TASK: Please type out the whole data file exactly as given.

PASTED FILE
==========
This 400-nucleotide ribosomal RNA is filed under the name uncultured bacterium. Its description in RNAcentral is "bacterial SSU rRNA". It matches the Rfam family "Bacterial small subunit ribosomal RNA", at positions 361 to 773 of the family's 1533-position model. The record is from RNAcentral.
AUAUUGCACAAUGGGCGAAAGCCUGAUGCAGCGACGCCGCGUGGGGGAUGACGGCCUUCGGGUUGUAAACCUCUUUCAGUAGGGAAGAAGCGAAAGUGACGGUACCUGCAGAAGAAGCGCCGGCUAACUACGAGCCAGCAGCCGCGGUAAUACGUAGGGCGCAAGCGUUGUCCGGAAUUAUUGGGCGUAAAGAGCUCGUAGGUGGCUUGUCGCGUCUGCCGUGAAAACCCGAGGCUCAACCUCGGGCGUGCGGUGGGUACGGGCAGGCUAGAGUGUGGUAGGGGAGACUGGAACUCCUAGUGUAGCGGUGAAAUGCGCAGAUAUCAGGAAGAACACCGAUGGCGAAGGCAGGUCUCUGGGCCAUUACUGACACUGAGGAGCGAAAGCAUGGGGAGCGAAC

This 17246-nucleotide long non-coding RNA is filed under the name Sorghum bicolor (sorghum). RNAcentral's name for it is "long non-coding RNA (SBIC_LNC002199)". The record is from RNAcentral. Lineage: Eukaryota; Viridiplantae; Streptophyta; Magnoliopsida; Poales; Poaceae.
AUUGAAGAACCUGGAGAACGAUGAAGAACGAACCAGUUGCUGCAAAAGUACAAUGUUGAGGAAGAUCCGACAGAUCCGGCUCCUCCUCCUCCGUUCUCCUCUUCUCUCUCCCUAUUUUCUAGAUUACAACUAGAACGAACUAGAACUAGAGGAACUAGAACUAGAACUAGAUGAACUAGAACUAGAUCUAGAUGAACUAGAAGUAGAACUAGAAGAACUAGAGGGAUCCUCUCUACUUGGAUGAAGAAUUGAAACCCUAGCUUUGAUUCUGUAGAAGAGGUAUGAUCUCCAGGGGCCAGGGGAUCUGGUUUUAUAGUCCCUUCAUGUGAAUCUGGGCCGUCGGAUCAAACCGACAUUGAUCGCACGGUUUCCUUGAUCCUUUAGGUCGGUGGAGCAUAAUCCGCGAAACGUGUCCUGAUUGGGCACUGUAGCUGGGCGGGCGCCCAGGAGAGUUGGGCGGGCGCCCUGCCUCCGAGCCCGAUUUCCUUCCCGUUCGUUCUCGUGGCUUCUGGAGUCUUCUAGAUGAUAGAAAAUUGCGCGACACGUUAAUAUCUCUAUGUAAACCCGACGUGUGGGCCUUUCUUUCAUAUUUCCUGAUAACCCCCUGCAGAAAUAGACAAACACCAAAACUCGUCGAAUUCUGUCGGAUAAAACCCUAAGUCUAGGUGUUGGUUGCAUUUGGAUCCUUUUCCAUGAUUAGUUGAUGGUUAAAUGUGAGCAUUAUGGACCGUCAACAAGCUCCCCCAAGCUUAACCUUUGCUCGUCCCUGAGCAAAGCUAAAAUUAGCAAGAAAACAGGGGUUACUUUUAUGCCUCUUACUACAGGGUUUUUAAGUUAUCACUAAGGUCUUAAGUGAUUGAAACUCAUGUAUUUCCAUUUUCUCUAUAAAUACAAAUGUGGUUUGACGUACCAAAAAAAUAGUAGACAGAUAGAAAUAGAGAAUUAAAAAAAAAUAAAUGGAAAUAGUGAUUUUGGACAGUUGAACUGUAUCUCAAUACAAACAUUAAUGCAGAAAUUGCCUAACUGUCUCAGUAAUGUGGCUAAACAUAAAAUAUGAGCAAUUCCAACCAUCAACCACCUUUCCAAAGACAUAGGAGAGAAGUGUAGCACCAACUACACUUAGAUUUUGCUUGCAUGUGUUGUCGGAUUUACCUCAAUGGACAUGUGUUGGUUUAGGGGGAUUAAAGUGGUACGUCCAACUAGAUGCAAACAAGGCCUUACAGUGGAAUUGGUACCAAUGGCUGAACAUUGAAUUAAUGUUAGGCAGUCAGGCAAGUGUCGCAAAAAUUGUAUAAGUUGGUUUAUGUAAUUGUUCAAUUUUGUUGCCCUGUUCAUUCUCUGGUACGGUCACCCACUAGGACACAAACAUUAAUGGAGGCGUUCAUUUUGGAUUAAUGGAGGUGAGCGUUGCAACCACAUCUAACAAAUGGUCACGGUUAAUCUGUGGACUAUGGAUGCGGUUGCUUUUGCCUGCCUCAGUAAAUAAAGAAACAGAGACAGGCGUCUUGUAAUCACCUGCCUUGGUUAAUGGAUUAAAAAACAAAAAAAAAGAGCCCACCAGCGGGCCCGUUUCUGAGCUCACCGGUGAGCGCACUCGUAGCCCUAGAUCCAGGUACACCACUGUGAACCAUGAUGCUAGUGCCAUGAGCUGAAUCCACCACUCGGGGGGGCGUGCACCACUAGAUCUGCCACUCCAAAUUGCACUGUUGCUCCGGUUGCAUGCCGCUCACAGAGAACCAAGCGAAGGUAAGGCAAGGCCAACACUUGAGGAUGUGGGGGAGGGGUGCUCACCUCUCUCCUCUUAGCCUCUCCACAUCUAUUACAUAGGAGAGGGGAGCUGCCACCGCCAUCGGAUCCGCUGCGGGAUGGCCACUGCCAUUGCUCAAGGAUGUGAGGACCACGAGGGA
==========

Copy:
This 400-nucleotide ribosomal RNA is filed under the name uncultured bacterium. Its description in RNAcentral is "bacterial SSU rRNA". It matches the Rfam family "Bacterial small subunit ribosomal RNA", at positions 361 to 773 of the family's 1533-position model. The record is from RNAcentral.
AUAUUGCACAAUGGGCGAAAGCCUGAUGCAGCGACGCCGCGUGGGGGAUGACGGCCUUCGGGUUGUAAACCUCUUUCAGUAGGGAAGAAGCGAAAGUGACGGUACCUGCAGAAGAAGCGCCGGCUAACUACGAGCCAGCAGCCGCGGUAAUACGUAGGGCGCAAGCGUUGUCCGGAAUUAUUGGGCGUAAAGAGCUCGUAGGUGGCUUGUCGCGUCUGCCGUGAAAACCCGAGGCUCAACCUCGGGCGUGCGGUGGGUACGGGCAGGCUAGAGUGUGGUAGGGGAGACUGGAACUCCUAGUGUAGCGGUGAAAUGCGCAGAUAUCAGGAAGAACACCGAUGGCGAAGGCAGGUCUCUGGGCCAUUACUGACACUGAGGAGCGAAAGCAUGGGGAGCGAAC

This 17246-nucleotide long non-coding RNA is filed under the name Sorghum bicolor (sorghum). RNAcentral's name for it is "long non-coding RNA (SBIC_LNC002199)". The record is from RNAcentral. Lineage: Eukaryota; Viridiplantae; Streptophyta; Magnoliopsida; Poales; Poaceae.
AUUGAAGAACCUGGAGAACGAUGAAGAACGAACCAGUUGCUGCAAAAGUACAAUGUUGAGGAAGAUCCGACAGAUCCGGCUCCUCCUCCUCCGUUCUCCUCUUCUCUCUCCCUAUUUUCUAGAUUACAACUAGAACGAACUAGAACUAGAGGAACUAGAACUAGAACUAGAUGAACUAGAACUAGAUCUAGAUGAACUAGAAGUAGAACUAGAAGAACUAGAGGGAUCCUCUCUACUUGGAUGAAGAAUUGAAACCCUAGCUUUGAUUCUGUAGAAGAGGUAUGAUCUCCAGGGGCCAGGGGAUCUGGUUUUAUAGUCCCUUCAUGUGAAUCUGGGCCGUCGGAUCAAACCGACAUUGAUCGCACGGUUUCCUUGAUCCUUUAGGUCGGUGGAGCAUAAUCCGCGAAACGUGUCCUGAUUGGGCACUGUAGCUGGGCGGGCGCCCAGGAGAGUUGGGCGGGCGCCCUGCCUCCGAGCCCGAUUUCCUUCCCGUUCGUUCUCGUGGCUUCUGGAGUCUUCUAGAUGAUAGAAAAUUGCGCGACACGUUAAUAUCUCUAUGUAAACCCGACGUGUGGGCCUUUCUUUCAUAUUUCCUGAUAACCCCCUGCAGAAAUAGACAAACACCAAAACUCGUCGAAUUCUGUCGGAUAAAACCCUAAGUCUAGGUGUUGGUUGCAUUUGGAUCCUUUUCCAUGAUUAGUUGAUGGUUAAAUGUGAGCAUUAUGGACCGUCAACAAGCUCCCCCAAGCUUAACCUUUGCUCGUCCCUGAGCAAAGCUAAAAUUAGCAAGAAAACAGGGGUUACUUUUAUGCCUCUUACUACAGGGUUUUUAAGUUAUCACUAAGGUCUUAAGUGAUUGAAACUCAUGUAUUUCCAUUUUCUCUAUAAAUACAAAUGUGGUUUGACGUACCAAAAAAAUAGUAGACAGAUAGAAAUAGAGAAUUAAAAAAAAAUAAAUGGAAAUAGUGAUUUUGGACAGUUGAACUGUAUCUCAAUACAAACAUUAAUGCAGAAAUUGCCUAACUGUCUCAGUAAUGUGGCUAAACAUAAAAUAUGAGCAAUUCCAACCAUCAACCACCUUUCCAAAGACAUAGGAGAGAAGUGUAGCACCAACUACACUUAGAUUUUGCUUGCAUGUGUUGUCGGAUUUACCUCAAUGGACAUGUGUUGGUUUAGGGGGAUUAAAGUGGUACGUCCAACUAGAUGCAAACAAGGCCUUACAGUGGAAUUGGUACCAAUGGCUGAACAUUGAAUUAAUGUUAGGCAGUCAGGCAAGUGUCGCAAAAAUUGUAUAAGUUGGUUUAUGUAAUUGUUCAAUUUUGUUGCCCUGUUCAUUCUCUGGUACGGUCACCCACUAGGACACAAACAUUAAUGGAGGCGUUCAUUUUGGAUUAAUGGAGGUGAGCGUUGCAACCACAUCUAACAAAUGGUCACGGUUAAUCUGUGGACUAUGGAUGCGGUUGCUUUUGCCUGCCUCAGUAAAUAAAGAAACAGAGACAGGCGUCUUGUAAUCACCUGCCUUGGUUAAUGGAUUAAAAAACAAAAAAAAAGAGCCCACCAGCGGGCCCGUUUCUGAGCUCACCGGUGAGCGCACUCGUAGCCCUAGAUCCAGGUACACCACUGUGAACCAUGAUGCUAGUGCCAUGAGCUGAAUCCACCACUCGGGGGGGCGUGCACCACUAGAUCUGCCACUCCAAAUUGCACUGUUGCUCCGGUUGCAUGCCGCUCACAGAGAACCAAGCGAAGGUAAGGCAAGGCCAACACUUGAGGAUGUGGGGGAGGGGUGCUCACCUCUCUCCUCUUAGCCUCUCCACAUCUAUUACAUAGGAGAGGGGAGCUGCCACCGCCAUCGGAUCCGCUGCGGGAUGGCCACUGCCAUUGCUCAAGGAUGUGAGGACCACGAGGGA